I have mixed feelings about travel. I’m pretty susceptible to travel loneliness – if I’m alone, I end up with too much anxiety to go outside and enjoy my surroundings, and then I feel guilty about that, and I sometimes end up having entire days of hiding in my hotel feeling awful about myself. I wish this weren’t true about me. There were some times this year where I pretended that I didn’t know this about myself, and went to other countries convinced that I would finally be the type of person who could spend an entire day alone traveling without feeling a great deal of anxiety. Those trips ended up going less-than-great. I want to be more honest with myself in 2018 and recognize that when I travel alone, I won’t always be as adventurous as I see other people being.

The places I visited with other people were magical experiences. I learned phrases from other languages, tried great food, and saw beautiful things. If I had to pick one favorite city, I would pick Chiang Mai. I got to play with an elephant and take a Thai cooking class where I made pad thai, green curry, and a bunch of other dishes!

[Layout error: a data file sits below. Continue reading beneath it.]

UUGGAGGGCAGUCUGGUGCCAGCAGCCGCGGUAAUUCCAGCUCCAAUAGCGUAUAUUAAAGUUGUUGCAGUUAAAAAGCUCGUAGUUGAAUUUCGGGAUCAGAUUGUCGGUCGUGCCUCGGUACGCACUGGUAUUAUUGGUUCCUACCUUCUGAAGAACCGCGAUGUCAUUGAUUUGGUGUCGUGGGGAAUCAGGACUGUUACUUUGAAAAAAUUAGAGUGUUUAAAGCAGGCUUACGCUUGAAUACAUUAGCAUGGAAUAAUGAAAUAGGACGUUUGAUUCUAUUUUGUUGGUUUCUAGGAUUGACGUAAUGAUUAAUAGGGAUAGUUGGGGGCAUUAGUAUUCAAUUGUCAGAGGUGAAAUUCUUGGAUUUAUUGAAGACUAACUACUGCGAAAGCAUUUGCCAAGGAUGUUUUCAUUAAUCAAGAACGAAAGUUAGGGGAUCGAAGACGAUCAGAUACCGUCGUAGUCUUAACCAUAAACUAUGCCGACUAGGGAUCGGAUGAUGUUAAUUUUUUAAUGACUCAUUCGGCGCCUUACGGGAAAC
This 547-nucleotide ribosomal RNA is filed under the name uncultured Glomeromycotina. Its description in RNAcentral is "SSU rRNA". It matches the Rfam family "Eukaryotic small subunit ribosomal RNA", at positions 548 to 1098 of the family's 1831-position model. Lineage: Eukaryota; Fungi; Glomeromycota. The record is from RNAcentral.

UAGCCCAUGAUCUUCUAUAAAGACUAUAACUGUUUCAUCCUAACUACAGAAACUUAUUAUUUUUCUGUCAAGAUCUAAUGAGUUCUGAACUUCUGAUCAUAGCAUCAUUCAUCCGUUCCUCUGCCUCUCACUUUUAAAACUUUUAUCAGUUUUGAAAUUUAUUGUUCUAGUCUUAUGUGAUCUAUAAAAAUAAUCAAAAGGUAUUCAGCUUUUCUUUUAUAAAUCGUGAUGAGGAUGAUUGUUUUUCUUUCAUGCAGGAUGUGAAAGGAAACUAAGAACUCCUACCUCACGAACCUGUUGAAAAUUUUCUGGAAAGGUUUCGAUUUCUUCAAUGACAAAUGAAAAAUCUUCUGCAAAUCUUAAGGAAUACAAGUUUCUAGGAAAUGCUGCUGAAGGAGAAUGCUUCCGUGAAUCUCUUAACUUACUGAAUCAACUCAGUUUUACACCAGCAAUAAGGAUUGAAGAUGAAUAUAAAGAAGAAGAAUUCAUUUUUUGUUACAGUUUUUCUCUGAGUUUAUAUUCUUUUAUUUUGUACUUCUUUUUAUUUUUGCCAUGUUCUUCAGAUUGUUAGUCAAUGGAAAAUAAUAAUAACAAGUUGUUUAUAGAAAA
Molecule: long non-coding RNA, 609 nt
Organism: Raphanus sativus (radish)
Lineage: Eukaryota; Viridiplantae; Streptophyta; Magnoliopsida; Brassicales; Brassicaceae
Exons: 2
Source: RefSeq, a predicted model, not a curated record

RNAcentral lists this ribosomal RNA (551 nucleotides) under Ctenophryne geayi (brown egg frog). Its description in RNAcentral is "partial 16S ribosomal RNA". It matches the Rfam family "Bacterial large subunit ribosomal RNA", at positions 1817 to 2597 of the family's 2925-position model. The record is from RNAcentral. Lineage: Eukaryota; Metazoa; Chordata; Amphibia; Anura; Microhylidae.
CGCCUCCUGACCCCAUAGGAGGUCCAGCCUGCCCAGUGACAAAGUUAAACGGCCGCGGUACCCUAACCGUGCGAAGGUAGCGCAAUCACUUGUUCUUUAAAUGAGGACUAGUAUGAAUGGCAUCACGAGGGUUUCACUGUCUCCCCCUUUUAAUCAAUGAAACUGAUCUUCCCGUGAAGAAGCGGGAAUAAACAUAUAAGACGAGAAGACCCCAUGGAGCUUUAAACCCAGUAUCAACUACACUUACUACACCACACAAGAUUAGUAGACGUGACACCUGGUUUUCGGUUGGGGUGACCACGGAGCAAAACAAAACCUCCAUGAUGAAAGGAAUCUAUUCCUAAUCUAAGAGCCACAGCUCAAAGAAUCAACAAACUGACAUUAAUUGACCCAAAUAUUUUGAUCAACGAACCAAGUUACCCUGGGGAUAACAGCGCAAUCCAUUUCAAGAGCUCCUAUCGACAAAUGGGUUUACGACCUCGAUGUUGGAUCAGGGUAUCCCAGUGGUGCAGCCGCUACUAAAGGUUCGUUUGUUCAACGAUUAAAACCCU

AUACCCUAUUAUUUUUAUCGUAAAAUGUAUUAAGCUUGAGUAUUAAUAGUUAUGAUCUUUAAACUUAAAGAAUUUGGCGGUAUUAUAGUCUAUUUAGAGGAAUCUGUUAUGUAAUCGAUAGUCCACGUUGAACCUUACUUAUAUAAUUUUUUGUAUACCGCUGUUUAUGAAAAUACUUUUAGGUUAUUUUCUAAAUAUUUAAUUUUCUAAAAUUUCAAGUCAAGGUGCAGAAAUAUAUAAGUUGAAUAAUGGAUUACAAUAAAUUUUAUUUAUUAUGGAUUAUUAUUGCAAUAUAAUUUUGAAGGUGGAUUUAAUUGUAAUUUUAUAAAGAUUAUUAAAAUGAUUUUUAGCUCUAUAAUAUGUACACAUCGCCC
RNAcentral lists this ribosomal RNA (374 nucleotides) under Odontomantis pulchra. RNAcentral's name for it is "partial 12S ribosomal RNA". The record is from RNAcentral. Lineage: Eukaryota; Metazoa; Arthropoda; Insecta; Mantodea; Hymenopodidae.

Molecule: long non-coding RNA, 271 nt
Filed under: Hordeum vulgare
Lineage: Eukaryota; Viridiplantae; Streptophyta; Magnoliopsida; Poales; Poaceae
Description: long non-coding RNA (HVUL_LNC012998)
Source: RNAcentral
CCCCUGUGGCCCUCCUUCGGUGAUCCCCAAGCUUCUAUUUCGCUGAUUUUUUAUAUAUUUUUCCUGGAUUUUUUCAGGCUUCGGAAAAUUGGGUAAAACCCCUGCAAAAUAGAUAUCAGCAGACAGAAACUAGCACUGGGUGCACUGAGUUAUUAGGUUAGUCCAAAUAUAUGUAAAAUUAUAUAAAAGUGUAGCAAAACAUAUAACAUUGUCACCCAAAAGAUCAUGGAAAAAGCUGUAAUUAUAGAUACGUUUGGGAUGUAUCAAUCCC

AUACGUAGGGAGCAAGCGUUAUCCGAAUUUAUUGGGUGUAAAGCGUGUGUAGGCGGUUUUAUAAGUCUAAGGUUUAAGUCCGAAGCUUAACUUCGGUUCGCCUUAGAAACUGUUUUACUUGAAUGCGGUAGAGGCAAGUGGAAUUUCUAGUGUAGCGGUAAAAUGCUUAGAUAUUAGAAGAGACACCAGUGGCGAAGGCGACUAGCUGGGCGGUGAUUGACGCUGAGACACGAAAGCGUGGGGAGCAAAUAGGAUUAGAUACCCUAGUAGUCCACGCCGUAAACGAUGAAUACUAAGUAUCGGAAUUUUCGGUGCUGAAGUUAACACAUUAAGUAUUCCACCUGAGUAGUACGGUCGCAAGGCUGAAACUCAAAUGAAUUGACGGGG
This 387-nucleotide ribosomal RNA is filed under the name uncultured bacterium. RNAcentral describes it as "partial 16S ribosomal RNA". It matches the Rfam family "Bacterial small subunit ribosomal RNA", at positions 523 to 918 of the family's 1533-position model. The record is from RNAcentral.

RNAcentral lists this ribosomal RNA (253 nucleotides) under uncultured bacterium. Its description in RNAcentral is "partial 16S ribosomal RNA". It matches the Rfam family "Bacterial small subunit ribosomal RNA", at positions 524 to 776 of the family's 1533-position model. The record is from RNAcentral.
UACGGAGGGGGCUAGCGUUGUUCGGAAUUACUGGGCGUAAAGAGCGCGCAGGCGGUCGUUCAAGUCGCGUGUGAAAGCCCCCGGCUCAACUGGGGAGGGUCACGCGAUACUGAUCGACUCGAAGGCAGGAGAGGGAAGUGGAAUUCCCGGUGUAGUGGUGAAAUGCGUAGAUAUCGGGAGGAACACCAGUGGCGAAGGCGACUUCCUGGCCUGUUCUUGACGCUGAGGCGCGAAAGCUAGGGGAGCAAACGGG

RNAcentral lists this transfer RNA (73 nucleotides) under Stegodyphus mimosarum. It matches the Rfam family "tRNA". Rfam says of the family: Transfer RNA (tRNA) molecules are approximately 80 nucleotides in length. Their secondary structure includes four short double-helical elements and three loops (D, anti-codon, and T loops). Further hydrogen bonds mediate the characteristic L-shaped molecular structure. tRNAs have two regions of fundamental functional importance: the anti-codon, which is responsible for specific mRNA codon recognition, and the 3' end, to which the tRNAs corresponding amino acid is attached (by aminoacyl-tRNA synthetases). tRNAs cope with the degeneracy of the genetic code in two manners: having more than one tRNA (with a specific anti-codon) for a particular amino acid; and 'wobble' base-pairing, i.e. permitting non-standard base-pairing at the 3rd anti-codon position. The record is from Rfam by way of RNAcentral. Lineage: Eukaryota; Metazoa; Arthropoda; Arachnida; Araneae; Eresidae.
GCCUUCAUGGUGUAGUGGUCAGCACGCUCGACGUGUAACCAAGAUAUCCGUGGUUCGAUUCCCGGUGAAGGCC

I also realized that I was really naive about work travel this year. I got started with public speaking because I wanted a way to travel to other countries more often. This sounds so obvious in retrospect, but a work trip where I’m expected to be responding to my teammates, working on slides, and attending a conference is not the same as a vacation where I can turn off my phone. I shouldn’t have conflated the two, and that’s another aspect where I need to set clearer expectations for myself.

On a positive note, I already have three international conference trips planned for next year, which I’ll put on my speaking page when they’re announced publicly! I’m hoping to tack on legitimate vacation time to one of them, and then I think I’ll be done with my travel plans for 2018.

Public Speaking